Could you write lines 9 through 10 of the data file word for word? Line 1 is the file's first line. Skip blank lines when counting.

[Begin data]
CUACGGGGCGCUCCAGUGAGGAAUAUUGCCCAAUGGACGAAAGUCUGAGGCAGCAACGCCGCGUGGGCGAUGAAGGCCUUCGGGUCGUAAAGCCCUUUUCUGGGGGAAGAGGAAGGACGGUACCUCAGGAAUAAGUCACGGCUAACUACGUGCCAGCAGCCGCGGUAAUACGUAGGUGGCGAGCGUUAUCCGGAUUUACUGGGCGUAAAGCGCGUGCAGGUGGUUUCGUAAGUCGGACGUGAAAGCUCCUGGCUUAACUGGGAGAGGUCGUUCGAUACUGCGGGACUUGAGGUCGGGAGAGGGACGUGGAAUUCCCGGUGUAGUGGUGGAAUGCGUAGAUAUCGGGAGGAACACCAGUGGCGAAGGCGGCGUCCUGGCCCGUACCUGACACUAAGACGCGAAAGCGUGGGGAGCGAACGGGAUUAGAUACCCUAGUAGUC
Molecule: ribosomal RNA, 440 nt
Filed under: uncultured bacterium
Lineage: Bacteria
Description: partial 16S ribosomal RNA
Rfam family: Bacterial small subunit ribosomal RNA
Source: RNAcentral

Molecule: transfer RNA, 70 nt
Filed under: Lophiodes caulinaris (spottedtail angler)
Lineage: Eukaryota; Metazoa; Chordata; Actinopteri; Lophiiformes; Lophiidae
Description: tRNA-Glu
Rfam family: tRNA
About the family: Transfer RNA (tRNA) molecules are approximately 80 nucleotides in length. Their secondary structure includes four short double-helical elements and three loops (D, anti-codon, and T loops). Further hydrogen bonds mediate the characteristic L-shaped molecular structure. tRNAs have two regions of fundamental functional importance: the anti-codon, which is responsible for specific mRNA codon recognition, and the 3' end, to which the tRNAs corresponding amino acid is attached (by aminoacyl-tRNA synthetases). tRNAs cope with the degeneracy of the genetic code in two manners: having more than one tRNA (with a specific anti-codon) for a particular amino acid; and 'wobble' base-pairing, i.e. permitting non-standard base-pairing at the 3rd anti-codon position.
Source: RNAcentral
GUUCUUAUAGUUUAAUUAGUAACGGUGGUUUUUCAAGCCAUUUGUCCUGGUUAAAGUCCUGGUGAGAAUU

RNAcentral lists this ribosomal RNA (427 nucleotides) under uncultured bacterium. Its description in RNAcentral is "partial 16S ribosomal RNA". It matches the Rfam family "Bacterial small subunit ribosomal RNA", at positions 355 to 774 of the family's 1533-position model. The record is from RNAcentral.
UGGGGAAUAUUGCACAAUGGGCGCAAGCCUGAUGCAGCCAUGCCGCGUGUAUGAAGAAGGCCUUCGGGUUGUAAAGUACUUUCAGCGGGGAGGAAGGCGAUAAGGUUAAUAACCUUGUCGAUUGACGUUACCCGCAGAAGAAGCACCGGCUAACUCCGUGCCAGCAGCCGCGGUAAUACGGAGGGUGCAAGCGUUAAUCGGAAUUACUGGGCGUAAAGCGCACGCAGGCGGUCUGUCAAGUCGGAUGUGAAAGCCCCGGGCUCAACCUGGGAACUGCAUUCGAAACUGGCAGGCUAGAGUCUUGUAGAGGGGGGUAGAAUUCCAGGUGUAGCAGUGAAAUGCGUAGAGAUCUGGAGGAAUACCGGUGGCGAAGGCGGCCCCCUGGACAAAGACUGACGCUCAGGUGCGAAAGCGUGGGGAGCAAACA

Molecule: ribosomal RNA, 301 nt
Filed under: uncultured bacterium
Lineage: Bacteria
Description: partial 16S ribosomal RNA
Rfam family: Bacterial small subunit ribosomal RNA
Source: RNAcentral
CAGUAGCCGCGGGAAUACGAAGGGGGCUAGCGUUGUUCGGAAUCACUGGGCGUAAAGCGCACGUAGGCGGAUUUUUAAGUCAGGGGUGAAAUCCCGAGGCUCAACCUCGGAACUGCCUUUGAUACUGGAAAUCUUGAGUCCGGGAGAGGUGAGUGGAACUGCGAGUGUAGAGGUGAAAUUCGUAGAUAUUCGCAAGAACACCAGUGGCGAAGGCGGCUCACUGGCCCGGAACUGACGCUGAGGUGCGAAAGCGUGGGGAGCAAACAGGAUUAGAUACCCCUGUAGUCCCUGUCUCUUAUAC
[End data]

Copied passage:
Filed under: Lophiodes caulinaris (spottedtail angler)
Lineage: Eukaryota; Metazoa; Chordata; Actinopteri; Lophiiformes; Lophiidae